Assemble the cake by spreading about a third of the buttercream frosting on two layers. Place one atop the other, add the third and cover the top and sides with remaining frosting. Sprinkle the top thickly with confectioners' sugar and press chopped almonds about the sides with a metal spatula.

This cake will keep in the refrigerator for two or three days.


(6 to 8 servings) For the pastry: 1 1/2 cups flour 1/4 teaspoon salt 1/2 cup butter 3 eggs yolks 1/3 cup sugar 1/2 teaspoon vanilla For the filling: 3 eggs 1/2 cup sugar 2 lemons, juice and grated rinds 3/4 cup whole, blanched almonds, ground 3/4 cup melted butter

Make the pastry by sifting flour with salt onto a board and forming it in a circle with a well in the center. Place butter, yolks, sugar and vanilla in the center and work with the fingertrips of one hand to make a smooth mixture. Using the fingers and heel of the hand in a rocking motion, gradually work in the flour. Gather up flour from the outside with a knife held in the other hand. When the dough is smooth, lightly flour the board and work the dough into a ball. With the heel of the hand, push dough away from the mass and incorporate it again, working until it is pliable. (This may be done without kneading in a food processor.)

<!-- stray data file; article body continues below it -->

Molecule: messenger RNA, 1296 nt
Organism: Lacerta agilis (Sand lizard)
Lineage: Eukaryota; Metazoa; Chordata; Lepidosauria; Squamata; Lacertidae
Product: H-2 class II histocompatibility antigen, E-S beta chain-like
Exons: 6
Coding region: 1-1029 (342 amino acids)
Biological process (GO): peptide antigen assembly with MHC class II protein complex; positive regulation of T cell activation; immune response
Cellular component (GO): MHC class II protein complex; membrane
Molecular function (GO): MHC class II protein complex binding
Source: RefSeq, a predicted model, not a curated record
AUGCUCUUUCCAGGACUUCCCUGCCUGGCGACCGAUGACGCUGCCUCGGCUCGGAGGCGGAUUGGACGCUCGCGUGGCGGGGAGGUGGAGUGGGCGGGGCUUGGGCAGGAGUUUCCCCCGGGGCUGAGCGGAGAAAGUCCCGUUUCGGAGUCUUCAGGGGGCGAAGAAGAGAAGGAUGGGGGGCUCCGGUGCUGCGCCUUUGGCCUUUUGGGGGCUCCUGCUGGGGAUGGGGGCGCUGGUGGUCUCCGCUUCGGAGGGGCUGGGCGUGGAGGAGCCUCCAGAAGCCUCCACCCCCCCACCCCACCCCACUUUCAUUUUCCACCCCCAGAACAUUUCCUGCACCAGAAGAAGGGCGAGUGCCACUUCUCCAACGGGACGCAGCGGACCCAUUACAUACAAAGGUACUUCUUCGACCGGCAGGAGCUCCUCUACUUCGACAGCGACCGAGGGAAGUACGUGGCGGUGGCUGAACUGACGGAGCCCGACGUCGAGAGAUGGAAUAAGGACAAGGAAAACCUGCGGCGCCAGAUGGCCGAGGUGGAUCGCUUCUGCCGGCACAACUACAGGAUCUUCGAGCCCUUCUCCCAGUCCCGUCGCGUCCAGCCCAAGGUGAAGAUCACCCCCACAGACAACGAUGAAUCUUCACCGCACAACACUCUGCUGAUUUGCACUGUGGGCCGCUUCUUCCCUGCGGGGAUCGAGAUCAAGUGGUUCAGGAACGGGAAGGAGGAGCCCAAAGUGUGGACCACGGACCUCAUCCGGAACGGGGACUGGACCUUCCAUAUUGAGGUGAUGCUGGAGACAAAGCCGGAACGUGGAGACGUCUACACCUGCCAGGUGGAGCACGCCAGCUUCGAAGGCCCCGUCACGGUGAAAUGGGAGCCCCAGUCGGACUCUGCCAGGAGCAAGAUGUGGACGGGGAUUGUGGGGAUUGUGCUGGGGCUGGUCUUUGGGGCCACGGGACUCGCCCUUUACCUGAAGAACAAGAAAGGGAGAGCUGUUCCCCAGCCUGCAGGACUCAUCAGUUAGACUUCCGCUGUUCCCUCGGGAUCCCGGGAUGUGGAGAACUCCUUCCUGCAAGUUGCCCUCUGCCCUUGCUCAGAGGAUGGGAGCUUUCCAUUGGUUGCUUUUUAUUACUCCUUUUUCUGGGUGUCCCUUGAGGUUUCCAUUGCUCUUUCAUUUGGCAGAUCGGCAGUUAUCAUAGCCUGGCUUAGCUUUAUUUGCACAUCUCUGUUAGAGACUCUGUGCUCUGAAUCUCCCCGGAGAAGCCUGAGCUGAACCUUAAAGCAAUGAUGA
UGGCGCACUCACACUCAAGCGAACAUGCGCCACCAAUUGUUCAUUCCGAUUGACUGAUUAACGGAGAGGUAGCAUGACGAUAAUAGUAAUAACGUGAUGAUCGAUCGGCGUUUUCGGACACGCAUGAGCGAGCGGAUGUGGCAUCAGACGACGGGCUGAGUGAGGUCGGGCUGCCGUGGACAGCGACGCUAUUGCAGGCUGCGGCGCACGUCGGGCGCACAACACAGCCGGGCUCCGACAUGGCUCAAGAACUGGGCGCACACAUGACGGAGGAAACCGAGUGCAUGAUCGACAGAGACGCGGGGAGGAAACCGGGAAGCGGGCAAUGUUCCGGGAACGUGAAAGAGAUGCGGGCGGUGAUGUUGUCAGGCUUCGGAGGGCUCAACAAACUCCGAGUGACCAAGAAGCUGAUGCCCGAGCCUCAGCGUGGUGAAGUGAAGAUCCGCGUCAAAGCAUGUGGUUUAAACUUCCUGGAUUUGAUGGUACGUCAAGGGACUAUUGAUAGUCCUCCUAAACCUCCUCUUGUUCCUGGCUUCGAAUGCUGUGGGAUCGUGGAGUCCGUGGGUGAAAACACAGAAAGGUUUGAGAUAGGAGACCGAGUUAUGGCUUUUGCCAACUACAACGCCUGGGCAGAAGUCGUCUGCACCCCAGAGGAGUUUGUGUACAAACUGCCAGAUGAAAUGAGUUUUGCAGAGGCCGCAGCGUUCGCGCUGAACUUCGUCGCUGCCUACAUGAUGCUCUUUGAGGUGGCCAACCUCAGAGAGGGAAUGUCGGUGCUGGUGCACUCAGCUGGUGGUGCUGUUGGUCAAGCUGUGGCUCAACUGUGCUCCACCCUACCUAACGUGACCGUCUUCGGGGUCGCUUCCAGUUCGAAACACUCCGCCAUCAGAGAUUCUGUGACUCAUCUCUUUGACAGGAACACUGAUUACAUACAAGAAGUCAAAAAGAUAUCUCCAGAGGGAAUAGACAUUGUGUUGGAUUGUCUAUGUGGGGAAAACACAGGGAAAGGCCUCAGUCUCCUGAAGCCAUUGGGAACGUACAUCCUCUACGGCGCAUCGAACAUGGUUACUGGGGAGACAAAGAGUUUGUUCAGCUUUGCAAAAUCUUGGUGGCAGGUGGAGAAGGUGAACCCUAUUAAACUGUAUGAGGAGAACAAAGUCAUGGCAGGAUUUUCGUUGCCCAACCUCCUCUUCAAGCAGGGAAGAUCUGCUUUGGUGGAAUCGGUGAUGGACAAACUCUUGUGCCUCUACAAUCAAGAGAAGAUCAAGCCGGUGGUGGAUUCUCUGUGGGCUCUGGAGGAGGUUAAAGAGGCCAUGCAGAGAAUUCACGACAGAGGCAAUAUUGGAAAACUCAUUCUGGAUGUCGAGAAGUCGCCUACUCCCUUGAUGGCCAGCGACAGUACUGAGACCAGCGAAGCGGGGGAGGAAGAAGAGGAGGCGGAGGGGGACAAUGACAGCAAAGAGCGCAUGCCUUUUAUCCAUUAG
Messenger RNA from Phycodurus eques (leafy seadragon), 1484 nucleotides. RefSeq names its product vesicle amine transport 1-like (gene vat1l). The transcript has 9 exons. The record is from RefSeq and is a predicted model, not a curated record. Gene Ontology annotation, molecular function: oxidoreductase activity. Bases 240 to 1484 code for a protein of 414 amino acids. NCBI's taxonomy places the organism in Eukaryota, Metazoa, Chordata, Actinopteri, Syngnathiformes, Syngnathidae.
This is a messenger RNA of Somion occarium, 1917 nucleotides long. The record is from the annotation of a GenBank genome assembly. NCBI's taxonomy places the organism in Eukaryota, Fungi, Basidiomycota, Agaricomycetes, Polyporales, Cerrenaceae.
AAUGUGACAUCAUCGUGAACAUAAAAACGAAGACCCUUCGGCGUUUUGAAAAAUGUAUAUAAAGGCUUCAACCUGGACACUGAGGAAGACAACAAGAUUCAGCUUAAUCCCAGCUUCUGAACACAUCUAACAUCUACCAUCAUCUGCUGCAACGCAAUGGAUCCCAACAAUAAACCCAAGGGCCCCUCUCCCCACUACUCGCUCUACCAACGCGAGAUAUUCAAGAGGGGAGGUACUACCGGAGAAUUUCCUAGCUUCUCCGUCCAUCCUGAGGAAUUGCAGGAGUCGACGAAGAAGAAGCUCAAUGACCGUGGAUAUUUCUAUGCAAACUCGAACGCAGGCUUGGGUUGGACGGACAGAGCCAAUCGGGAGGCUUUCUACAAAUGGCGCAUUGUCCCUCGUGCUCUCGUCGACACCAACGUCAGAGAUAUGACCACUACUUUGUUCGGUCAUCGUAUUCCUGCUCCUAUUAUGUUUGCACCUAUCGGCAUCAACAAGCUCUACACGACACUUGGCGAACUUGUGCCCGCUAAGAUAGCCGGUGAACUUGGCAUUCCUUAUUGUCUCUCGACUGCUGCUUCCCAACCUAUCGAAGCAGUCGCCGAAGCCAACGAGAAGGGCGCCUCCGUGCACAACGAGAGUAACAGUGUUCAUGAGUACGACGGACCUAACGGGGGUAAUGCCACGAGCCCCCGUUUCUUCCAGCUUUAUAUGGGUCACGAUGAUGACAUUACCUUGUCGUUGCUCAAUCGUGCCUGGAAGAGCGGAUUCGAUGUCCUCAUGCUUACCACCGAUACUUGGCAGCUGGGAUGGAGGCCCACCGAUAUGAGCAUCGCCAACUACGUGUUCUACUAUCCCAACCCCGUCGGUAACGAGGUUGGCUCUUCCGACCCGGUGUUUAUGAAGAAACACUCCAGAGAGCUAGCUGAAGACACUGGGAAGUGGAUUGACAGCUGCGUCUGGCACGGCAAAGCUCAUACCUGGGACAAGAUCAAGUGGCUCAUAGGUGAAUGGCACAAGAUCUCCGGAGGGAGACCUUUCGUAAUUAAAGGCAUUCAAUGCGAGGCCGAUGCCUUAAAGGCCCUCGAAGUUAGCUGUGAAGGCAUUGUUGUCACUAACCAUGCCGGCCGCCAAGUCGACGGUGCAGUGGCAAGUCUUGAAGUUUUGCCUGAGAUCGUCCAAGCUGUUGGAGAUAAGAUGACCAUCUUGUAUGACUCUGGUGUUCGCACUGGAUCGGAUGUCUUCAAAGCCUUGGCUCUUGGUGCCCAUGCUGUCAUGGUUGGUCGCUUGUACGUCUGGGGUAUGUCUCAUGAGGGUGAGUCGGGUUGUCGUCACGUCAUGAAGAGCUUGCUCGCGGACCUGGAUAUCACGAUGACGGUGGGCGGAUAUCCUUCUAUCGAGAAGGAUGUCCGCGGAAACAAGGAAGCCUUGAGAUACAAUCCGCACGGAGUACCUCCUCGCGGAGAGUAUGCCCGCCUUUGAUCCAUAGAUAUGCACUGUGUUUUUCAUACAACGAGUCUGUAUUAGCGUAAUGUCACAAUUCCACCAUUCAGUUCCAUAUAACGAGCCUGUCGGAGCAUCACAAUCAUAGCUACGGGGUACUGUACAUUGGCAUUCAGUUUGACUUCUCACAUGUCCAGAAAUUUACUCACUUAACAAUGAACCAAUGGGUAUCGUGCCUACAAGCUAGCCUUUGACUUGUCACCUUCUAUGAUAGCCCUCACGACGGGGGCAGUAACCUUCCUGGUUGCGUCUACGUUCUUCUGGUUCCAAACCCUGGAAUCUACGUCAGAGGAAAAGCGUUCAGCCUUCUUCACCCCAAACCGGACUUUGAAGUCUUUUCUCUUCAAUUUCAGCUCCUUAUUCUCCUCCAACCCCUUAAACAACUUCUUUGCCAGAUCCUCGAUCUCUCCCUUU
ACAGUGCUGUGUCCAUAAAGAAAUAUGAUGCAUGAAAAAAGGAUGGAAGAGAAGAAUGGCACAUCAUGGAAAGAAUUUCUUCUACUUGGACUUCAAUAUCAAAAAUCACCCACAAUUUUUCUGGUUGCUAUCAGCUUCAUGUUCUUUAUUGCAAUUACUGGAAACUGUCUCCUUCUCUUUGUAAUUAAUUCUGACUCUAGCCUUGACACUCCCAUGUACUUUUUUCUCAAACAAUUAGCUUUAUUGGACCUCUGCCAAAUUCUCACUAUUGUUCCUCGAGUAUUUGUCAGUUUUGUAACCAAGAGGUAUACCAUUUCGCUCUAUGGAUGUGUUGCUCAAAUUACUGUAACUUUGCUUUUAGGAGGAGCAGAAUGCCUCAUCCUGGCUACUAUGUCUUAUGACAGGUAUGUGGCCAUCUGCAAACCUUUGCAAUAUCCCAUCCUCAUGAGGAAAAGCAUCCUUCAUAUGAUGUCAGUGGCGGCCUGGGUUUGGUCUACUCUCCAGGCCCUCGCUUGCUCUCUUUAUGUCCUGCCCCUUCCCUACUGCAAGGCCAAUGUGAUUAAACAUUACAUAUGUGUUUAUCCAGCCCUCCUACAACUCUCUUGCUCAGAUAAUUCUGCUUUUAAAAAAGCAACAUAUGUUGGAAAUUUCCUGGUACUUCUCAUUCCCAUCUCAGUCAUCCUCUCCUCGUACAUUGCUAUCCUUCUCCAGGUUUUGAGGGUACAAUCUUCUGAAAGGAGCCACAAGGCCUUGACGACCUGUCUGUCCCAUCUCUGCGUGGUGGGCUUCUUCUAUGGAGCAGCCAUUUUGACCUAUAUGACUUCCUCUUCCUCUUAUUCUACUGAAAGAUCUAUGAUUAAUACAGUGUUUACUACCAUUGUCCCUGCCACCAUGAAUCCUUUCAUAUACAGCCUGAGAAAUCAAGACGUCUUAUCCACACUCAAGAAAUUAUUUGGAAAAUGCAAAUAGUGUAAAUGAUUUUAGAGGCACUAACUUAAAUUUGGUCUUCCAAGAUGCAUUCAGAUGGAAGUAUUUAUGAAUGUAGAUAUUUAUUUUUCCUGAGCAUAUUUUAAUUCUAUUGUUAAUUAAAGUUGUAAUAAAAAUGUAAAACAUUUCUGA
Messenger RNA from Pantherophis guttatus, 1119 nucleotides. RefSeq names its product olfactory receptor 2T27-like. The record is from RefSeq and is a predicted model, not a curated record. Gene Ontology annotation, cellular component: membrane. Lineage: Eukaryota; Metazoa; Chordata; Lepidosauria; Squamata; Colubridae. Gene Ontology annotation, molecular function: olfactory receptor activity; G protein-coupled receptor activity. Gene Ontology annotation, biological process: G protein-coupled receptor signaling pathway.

Wrap dough in plastic warp and chill for 30 minutes. Preheat oven to 375 degrees.

Grease a 9-or 10-inch pie pan or flan ring, roll out the pastry dough and line the pan. Place pan in refrigerator. Make the filling by beating eggs and sugar until the mixture leaves a ribbon trail when lifted.Stir in lemon juice and rind, then the melted butter and ground almonds. Place pie shell atop a baking sheet and pour in filling. Bake in bottom third of oven until filling is golden brown and set, 30 to 40 minutes. Cool to room temperature before serving. This tarte may be made six to eight hours ahead of serving, but is best served the day it is made. MAIDA HEATER'S QUEEN MOTHER'S CAKE